Dominic Leblanc, a Liberal MP and childhood friend of Trudeau's, told reporters Monday, "I think he's [Trudeau] raised the bar on transparency." LeBlanc pointed out, "He's gone further disclosing his parliamentary income than probably any other MP."

When he decided to run for the Liberal leadership, Trudeau stopped his paid public speaking engagements and released details about his inheritance from his father, former prime minister Pierre Trudeau, and the amount of money he made from public speaking both before and after he was elected MP for the Montreal riding of Papineau

Some charities don't want Trudeau to return his fee

In question period Monday, Heritage Minister James Moore accused Trudeau of "leading with his chin," when Trudeau asked, as he has in previous days, for a copy of the $90,000 cheque the prime minister's former top aide wrote to Senator Mike Duffy so that Duffy could repay improperly claimed expenses billed to the Senate.

The minister suggested Trudeau show the House "the money he took from charity," listing charities that had paid Trudeau to speak at events. He mentioned a $20,000 payment from the Canadian Mental Health Association,  $7,500 from the Nova Scotia Nature Trust and $10,000 from the Children of Hope.

However, the Nova Scotia Nature Trust event took place in 2006, before Trudeau ran for office, and the charity told CBC News it doesn't want any money returned. A spokesperson at the Children of Hope said the organization has not yet decided if it wants a refund.

The Prime Minister's Office also provided CBC News with a list of institutions that hired Trudeau as a keynote speaker: Georgian College, the University of Guelph and a Municipality of Chatham-Kent business dinner. None of these are charities, but the PMO pointed out they are all funded by taxpayers. The speaking engagements took place before Trudeau was an MP.

Speaking to reporters after question period Monday, Trudeau said, "Every single group of the 17 groups that I spoke to as an MP, we are getting in touch with this week to find out if they feel like they didn't get their money's worth ... I will be happy to pay them back personally if they are dissatisfied." 

Trudeau earned $277,000 in speaking fees at those 17 engagements.

Three of them have already said they don't want any money returned from Trudeau: the London Health Sciences Centre ($10,000), the Ontario Library Association ($10,000) and Saskatoon Literacy for Life ($20,000), although the latter group said later it would be open to a refund if Trudeau offered.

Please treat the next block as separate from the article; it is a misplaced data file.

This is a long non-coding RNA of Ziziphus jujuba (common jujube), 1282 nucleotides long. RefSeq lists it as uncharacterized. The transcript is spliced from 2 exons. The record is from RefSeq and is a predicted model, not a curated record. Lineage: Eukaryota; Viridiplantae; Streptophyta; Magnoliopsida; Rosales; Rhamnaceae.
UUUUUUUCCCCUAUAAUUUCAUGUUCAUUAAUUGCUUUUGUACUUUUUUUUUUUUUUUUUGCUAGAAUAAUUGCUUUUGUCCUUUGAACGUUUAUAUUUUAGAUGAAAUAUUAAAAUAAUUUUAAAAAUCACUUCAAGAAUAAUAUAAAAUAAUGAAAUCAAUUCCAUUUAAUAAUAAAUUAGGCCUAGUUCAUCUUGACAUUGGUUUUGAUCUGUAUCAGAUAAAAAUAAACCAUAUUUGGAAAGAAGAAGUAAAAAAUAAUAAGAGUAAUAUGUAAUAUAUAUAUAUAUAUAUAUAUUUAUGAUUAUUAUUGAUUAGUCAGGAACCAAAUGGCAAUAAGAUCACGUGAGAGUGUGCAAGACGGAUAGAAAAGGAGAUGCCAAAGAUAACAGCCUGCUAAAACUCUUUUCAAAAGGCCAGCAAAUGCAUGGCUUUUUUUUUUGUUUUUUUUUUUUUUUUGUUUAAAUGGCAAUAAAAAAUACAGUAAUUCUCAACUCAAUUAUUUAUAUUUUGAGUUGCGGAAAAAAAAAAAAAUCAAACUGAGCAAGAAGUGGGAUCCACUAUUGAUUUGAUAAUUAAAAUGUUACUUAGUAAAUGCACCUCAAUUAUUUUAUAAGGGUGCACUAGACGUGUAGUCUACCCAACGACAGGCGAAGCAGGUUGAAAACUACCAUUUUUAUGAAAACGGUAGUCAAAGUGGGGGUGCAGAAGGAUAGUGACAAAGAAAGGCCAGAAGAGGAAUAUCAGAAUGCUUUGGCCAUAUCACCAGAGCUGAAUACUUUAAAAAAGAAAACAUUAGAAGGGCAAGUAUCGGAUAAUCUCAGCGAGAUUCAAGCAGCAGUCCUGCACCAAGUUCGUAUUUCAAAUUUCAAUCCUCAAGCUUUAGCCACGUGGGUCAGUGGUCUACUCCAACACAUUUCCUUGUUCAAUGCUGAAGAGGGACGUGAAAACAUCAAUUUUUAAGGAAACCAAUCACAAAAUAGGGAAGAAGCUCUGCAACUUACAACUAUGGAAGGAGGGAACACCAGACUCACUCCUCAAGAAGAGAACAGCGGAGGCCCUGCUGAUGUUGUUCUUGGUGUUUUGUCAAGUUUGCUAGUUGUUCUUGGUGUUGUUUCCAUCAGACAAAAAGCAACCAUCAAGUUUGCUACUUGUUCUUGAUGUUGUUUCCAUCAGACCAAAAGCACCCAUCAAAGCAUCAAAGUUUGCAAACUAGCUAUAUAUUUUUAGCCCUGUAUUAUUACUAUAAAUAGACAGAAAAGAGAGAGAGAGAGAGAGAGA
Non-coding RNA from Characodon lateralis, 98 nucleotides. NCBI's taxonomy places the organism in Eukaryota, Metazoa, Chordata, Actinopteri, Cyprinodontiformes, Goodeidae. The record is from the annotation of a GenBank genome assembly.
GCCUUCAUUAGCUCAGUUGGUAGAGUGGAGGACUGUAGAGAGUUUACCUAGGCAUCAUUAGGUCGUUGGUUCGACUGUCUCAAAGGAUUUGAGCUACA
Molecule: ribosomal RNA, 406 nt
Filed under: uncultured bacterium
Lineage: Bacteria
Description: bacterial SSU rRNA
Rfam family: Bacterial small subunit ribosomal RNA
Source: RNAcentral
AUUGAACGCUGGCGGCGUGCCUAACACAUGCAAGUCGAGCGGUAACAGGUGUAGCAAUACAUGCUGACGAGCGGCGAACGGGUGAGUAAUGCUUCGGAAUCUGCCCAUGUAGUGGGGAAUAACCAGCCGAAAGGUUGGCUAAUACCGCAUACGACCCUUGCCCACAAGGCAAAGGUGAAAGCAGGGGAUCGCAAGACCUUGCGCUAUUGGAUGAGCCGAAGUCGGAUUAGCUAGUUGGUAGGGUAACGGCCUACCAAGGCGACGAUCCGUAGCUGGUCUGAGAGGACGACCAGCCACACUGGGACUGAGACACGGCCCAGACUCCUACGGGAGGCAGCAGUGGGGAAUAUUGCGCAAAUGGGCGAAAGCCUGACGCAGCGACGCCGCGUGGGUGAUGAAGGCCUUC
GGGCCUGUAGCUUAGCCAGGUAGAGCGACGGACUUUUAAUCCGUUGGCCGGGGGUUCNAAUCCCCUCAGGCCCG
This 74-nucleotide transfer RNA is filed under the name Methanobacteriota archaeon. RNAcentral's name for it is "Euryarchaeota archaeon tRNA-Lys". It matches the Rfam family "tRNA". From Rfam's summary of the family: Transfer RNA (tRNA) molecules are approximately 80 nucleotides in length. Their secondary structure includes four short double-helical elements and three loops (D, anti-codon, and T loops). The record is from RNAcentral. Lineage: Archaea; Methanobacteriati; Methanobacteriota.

As for the Grace Foundation, Trudeau said, "I'm glad to look at compensating them either by writing them a cheque or by offering to do a bigger more successful fundraiser for free." 

Ceci Flanagan-Snow, who volunteered to photograph the Grace Foundation event, said, "He [Trudeau] was hired and paid to perform a service. And to me that's fine. That was the rate they negotiated. They paid it. And to come back a year later and say our event was unsuccessful and therefore we should have our money back ... I totally disagree."

She told CBC News in an interview that Trudeau's speaking style was "extremely charismatic." Flanagan-Snow, who said she is not a member of any political party, continued that she thought the date — June 27 — when people are on holidays or planning to go on vacation may have contributed to the low turnout. 

So far, no one from the board of the Grace Foundation has spoken publicly about the request to Trudeau for reimbursement of his speaking fee. On Monday, a spokesperson for the board told CBC News a special meeting will be convened sometime this week, once all board members can be reached, in order to formulate a response.


  • This story has been edited from an earlier version that incorrectly stated, based on information provided by the Prime Minister's Office, that the Grace Foundation was located in Conservative MP Rob Moore's Fundy Royal riding. In fact, the charity is located in Saint John, represented by Conservative MP Rodney Weston.
    Jun 18, 2013 12:33 PM ET